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B.C. forest industry attacks NDP leader

The Globe and Mail

QUESNEL, B.C. — As New Democratic Party Leader Carole James was telling laid-off forestry workers this week she would help them reclaim their jobs, the industry's top executives were preparing an unusual frontal assault on her ambitions to be premier.

The forest industry has never hidden its preference to see Gordon Campbell's Liberal government re-elected on May 12, but the bold direct attacks unleashed yesterday were outside the norm.

“If the government was to change, heaven help us,” said Jim Shepard, president and CEO of Canfor Corp. Usually, Mr. Shepard prefers to send cheques to his party of choice and leave the politics to industry associations.

And given the latest polls that suggest the Liberals have a comfortable lead heading into the final week of the campaign, why would he stick his neck out now?

“This is so critically important we felt we had to step out front, we are not going to stand behind the associations,” he said in an interview yesterday. “I see an industry on its knees being taken advantage of by a party that is playing politics.”

The forest companies are worried about what the NDP would do to reform the system of awarding harvesting rights, and their talk of reviewing the Canada-U.S. Softwood Lumber Agreement.

“The biggest threat to any worker is if the investment community decides forestry is not the place to put their money,” he said.

Duncan Davies, CEO and president of Interfor, said the New Democrats could have avoided an election-eve confrontation had they spent more time talking to business.

“If Carole had talked to any of us, we could have put her on the right track,” he said. Ms. James is raising false hope among the province's 20,000 laid-off forest workers, he added. “It's great to say we'd like to get people back to work. But we are facing a biological disaster with the pine beetle in the Interior that is unprecedented and an economic crisis that we haven't seen the likes of in 80 years.”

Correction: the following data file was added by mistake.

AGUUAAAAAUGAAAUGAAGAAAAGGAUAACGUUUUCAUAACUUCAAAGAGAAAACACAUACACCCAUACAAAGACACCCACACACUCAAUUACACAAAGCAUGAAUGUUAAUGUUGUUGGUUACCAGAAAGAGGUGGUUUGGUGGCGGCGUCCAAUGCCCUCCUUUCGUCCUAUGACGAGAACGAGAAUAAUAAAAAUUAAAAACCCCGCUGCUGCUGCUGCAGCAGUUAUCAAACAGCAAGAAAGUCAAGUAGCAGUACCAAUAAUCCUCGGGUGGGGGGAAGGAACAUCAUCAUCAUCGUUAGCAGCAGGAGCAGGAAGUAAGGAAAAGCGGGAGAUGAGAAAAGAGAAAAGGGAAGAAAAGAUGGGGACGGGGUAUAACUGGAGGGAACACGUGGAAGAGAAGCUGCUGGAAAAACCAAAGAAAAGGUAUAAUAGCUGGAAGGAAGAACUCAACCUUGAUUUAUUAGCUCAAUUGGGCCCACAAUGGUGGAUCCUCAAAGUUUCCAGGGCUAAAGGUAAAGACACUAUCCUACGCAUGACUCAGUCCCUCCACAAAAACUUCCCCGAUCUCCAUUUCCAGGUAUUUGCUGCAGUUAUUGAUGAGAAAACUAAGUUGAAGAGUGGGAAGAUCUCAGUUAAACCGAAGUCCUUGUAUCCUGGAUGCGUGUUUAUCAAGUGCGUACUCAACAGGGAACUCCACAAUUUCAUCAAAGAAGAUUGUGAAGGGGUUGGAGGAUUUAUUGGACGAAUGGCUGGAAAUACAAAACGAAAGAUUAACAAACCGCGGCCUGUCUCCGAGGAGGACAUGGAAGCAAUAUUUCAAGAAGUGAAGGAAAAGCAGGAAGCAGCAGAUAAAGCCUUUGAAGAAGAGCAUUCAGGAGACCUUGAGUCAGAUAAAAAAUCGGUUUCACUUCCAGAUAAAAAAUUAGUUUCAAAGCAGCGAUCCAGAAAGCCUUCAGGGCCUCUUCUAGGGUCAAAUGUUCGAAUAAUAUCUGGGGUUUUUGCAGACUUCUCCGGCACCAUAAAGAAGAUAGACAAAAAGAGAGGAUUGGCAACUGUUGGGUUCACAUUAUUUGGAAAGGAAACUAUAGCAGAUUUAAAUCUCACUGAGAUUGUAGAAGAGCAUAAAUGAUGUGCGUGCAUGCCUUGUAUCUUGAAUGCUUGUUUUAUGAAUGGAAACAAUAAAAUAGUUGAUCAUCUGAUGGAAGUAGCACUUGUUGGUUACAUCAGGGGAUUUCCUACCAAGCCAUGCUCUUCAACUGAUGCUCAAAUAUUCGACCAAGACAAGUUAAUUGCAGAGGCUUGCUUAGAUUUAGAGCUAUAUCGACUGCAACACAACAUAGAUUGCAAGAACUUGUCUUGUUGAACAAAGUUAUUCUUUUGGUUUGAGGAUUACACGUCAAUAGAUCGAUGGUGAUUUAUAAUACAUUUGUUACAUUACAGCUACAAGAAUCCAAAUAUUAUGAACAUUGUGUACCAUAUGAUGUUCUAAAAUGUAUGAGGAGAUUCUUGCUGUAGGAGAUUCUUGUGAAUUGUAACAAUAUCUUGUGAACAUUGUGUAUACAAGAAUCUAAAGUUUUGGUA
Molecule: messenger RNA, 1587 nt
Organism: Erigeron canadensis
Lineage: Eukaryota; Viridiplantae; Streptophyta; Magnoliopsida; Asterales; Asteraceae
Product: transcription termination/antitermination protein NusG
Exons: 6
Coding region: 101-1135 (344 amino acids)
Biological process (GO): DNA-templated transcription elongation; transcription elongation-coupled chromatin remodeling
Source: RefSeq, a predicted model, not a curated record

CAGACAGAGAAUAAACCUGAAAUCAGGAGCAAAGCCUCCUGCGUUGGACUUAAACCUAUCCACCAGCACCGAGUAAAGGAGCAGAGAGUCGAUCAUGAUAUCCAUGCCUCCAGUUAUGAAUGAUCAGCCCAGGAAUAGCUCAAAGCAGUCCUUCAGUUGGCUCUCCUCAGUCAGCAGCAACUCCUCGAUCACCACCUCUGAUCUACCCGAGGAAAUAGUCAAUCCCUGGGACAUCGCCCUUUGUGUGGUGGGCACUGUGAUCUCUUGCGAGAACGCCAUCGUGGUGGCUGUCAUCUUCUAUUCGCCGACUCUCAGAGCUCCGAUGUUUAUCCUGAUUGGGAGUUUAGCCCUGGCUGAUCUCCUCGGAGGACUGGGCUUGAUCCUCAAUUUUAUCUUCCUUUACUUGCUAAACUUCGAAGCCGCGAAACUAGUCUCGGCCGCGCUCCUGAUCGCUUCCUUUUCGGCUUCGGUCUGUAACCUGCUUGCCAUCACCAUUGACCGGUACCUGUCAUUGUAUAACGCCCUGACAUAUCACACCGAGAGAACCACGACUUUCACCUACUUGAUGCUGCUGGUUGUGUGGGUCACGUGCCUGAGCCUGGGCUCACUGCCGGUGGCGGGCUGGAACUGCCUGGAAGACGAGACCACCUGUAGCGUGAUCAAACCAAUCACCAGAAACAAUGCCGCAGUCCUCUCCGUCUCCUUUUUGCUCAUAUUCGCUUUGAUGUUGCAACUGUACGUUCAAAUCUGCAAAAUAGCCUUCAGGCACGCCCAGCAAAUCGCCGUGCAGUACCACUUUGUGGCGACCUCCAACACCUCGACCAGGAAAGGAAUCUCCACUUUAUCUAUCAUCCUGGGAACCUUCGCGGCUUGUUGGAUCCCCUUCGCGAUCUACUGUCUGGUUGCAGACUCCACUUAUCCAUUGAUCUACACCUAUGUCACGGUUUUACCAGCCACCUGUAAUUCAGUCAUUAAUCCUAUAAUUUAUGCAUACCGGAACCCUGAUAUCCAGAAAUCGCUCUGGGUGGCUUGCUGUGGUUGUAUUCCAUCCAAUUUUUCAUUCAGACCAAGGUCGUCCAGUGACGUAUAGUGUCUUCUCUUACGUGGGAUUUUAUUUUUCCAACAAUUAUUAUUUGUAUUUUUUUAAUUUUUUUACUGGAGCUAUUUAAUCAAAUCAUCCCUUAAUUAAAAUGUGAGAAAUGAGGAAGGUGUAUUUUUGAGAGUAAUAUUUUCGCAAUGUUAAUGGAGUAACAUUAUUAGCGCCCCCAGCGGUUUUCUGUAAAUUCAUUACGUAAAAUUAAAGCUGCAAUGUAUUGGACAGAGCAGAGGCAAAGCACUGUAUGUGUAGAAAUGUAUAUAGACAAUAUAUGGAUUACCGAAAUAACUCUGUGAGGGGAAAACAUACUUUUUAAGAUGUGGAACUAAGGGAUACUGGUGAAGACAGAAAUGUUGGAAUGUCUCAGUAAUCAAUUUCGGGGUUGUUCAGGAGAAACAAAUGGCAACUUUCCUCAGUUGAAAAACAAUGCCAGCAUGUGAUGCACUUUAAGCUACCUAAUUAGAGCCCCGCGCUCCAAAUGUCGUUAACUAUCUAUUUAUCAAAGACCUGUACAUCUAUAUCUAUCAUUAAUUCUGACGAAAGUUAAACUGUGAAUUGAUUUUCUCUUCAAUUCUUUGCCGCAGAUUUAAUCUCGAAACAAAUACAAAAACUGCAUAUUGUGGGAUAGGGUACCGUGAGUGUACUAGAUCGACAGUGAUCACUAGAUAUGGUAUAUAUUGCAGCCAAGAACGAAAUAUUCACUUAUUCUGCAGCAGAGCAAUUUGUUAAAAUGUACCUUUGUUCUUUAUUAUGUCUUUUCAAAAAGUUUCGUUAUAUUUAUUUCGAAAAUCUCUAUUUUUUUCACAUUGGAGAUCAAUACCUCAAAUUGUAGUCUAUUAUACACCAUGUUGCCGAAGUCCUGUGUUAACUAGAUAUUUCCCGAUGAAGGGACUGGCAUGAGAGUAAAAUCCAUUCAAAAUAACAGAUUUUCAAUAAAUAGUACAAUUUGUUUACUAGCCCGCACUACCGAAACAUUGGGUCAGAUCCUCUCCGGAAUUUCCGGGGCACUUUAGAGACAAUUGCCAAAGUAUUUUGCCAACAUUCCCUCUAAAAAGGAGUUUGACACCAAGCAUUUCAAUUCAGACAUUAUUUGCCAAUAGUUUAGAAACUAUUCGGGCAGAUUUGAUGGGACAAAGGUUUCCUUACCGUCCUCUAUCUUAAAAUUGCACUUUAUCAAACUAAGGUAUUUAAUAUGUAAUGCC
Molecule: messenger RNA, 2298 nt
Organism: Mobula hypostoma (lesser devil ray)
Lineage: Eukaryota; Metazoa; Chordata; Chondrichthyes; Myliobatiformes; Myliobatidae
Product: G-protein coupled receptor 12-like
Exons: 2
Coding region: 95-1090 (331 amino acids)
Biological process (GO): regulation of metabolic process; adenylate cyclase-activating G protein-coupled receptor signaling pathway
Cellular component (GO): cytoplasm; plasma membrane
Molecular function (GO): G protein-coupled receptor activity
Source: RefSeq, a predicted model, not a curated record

The shots from the forest industry came at the same time that a broad coalition of small- and medium-sized business interests gathered in Vancouver yesterday to warn voters that an NDP government would trigger massive job losses.

Ms. James, aboard her campaign bus in the Cariboo yesterday, said the high-profile attacks – sharper than those mounted in the last two election campaigns – are a sign of old-style partisan politics that she'd like to end.

As for the forest executives, she said: “I understand they feel the direction of policy now benefits them, I believe there is a balanced approach. We need to make sure they are strong as companies but we also need to ensure that workers and families and communities are supported.”

On Monday night, Ms. James visited Mackenzie where every mill in the forestry-dependent town has been idled in the past couple of years.

“I'm with all of you,” she told the crowd of former mill workers. “We are going to make sure there is a link between the resources and the community once again so we can provide you with the jobs you should have.”

Bob Simpson, the NDP's forestry critic who is seeking re-election in Cariboo North, met Ms. James at his Quesnel campaign office yesterday. He said in an interview that forest workers have not done well while the Liberals have been in power, but the big companies are happier with the status quo. “They have what they want in a premier that's willing to give them the public's resources to do with as they please.”

Between the harsh words, it is hard to picture a constructive relationship if Ms. James becomes B.C.'s next premier. Mr. Shepard said: “We'll cross that bridge when we come to it.”

For her part, Ms. James said she can set her ego aside and work in the province's best interests. “My door will be open,” she said. “They'll have the opportunity to come and talk to me – they might be a little uncomfortable about what they said.”

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